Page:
Maybe it was because I was a bit sick (with colds and cough), but I couldn’t imagine how the miners could keep on working there without using goggles and gas mask. I asked one why he didn’t use a mask, and he just pointed to the cigarette he was smoking. Does smoking help with the sulfur fumes? Or was he saying that he was used to it?
Aside from the steepness of the slope going up to the rim from the crater, and the constant inhalation of the toxic fumes, there is one other risk that miners face every day just to earn around US$13 — occasional gas releases or phreatic eruptions (steam-driven explosions) that can kill, and have actually killed, miners.
With all these depressing facts, is it worth it to go hiking to Ijen Crater?
Looking down from the rim and into the crater gives one the feeling of being in another world. The beauty is stark, but it is there.
Seeing the miners lug those rocks up the mountain can also make you realize how strong the human spirit can be. No matter how hard the work, no matter how dangerous, people can do it to survive.
I didn’t get to see the turquoise waters of the Ijen lake — said to be the biggest highly acidic lake in the world — because we left soon after sunrise and the sulfur gases covered most of the area. You can probably see it if you stay until midday.
That said, here are a few tips to make your trip hiking to Ijen Crater a safe one.
Tips for Hiking to Ijen Crater
- Don’t go down the crater if you have respiratory problems. The gas fumes can be really strong, and if you have asthma or have difficulty breathing sometimes, it can be dangerous for your health to go down there.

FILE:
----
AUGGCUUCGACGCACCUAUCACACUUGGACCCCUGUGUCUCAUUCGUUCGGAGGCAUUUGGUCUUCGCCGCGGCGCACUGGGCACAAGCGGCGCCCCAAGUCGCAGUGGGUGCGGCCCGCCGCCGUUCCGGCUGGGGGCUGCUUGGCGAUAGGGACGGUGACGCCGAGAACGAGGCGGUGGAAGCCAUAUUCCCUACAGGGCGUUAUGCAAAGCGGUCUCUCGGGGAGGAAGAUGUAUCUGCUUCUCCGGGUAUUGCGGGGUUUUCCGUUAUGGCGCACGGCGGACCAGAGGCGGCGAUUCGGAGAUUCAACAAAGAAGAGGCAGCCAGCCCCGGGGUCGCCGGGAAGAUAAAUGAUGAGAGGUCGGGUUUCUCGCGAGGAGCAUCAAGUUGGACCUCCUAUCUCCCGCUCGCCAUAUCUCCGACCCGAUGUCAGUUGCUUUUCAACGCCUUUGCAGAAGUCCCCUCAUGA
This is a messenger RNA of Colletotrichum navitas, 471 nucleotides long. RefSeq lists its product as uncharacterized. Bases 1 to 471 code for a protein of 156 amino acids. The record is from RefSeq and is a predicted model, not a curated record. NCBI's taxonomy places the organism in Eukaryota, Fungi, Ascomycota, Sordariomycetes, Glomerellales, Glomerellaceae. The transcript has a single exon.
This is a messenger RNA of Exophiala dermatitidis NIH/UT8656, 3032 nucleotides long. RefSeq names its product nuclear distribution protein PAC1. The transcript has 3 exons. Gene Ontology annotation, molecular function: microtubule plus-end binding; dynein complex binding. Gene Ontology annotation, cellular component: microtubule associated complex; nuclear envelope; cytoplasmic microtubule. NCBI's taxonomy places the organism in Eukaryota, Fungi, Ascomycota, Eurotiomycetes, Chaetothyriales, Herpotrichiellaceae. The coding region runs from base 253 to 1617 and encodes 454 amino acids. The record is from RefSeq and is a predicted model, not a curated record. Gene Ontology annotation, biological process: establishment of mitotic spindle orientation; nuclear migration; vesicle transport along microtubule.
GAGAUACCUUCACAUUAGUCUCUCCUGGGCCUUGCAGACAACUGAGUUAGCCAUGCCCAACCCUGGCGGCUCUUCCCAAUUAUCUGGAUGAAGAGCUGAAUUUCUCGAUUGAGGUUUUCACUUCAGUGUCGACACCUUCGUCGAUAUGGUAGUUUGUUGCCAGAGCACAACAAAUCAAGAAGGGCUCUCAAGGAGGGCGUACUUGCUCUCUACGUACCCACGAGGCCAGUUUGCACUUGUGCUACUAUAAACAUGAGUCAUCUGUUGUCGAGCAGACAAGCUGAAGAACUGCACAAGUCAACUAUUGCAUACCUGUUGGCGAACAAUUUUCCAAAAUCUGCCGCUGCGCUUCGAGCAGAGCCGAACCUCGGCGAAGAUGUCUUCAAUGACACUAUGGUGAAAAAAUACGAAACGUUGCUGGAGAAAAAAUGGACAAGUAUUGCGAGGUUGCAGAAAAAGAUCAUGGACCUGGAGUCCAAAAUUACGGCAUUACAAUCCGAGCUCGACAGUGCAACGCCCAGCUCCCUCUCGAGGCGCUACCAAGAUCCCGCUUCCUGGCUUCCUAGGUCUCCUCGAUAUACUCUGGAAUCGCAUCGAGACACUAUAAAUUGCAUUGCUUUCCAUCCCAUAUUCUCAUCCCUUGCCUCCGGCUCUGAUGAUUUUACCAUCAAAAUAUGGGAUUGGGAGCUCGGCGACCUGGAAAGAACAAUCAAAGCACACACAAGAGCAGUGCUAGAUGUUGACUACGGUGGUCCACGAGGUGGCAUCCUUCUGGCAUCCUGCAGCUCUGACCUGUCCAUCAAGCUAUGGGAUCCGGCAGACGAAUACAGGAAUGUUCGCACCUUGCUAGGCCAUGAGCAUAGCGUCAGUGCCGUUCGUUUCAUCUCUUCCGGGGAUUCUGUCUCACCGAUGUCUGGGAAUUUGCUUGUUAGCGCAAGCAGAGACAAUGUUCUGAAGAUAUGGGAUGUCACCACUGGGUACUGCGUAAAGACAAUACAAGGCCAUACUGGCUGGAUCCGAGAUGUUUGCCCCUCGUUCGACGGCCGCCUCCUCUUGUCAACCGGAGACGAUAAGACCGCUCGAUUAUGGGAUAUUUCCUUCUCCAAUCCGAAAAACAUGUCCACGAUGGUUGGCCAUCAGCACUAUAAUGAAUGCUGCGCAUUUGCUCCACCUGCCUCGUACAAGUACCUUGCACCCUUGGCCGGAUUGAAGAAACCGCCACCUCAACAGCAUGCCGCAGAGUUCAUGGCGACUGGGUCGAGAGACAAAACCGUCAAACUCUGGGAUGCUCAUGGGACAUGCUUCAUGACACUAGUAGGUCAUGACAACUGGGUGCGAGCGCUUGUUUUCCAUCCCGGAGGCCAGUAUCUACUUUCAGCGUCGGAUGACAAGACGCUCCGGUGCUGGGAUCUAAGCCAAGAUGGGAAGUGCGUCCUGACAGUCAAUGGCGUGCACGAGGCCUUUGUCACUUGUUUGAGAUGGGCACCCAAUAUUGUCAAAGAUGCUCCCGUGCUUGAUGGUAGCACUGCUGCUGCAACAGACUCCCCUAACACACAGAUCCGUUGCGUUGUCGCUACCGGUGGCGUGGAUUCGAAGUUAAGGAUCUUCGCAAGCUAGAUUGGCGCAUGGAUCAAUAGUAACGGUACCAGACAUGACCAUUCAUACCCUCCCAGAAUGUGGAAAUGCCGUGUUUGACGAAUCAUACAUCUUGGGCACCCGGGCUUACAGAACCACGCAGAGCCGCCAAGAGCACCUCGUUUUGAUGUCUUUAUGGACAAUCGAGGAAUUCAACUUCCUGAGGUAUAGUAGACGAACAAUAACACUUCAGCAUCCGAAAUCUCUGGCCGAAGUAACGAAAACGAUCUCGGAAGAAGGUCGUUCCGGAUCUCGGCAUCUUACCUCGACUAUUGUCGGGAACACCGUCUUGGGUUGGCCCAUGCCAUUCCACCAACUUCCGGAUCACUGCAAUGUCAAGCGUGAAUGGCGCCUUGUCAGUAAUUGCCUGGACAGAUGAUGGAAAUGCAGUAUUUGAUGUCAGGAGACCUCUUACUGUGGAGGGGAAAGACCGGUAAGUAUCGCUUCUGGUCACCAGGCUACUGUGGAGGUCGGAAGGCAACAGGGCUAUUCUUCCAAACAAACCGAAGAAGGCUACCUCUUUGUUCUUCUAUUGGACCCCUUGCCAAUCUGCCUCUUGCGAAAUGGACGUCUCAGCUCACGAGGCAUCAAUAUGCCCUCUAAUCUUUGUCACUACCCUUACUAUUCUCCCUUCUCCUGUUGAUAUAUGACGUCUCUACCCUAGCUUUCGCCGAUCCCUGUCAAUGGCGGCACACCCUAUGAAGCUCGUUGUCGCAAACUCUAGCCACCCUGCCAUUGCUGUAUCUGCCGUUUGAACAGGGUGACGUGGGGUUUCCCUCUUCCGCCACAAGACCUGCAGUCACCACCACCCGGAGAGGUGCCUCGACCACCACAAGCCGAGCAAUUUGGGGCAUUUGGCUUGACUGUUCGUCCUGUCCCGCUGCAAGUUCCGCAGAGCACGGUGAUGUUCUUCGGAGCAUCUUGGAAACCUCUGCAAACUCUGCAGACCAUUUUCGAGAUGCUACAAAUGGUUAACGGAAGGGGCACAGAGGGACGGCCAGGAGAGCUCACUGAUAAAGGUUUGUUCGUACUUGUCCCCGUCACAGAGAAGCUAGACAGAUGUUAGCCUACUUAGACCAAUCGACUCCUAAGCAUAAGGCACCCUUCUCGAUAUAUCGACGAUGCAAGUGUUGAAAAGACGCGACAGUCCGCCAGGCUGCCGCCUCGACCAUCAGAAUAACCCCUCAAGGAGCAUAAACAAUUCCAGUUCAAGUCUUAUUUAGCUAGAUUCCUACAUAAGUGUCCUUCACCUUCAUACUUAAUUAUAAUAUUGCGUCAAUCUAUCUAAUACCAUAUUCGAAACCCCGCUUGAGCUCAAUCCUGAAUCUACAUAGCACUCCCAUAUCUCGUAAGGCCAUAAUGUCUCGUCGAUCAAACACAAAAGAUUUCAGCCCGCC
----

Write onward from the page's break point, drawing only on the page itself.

- Get a guide. Sure, you can do this trek yourself by just following other people, but with a local guide, you can get a sense of history of the place, and have someone to help you figure out where to go and what to do.
- Rent the gas mask. Trust me, you’ll need it.
- Bring a head lamp or rent one. There is no light source anywhere in the area, so you definitely need a flashlight, or better yet, a head lamp.
- Wear appropriate attire. It can get quite cold there, so having a winter jacket would help. It’s also a must to wear proper hiking shoes. No sandals please!
- Have a hiking buddy. Make sure to team up with someone especially if going down the crater. You would want someone you know by your side if you trip and fall down the cliff! (Make sure though that it doesn’t happen to you!)
- Bring money in small denominations. Those miners only earn $13 or so per day, by carrying heavy sulfur rocks up and down the mountain. Some of them sell sulfur figurines. For the love of God, buy at least one! If you also ask a miner to pose with you for a photo, give a tip.
- Drink hot chocolate, coffee, or tea at the canteen almost halfway to the rim. When going down, stop at the canteen and order some tea (only IDR5,000 or less than 40 cents) or a bit of snacks. You’ll be helping the local storekeeper.
If you want to know more about Kawah Ijen and the sulfur miners, watch this BBC documentary.
You can also read here the health effects of repeated and long-term exposure to sulfur dioxide: Public Health Statement for Sulfur Dioxide.
Have you gone hiking to Ijen Crater (Kawah Ijen)? Would you want to?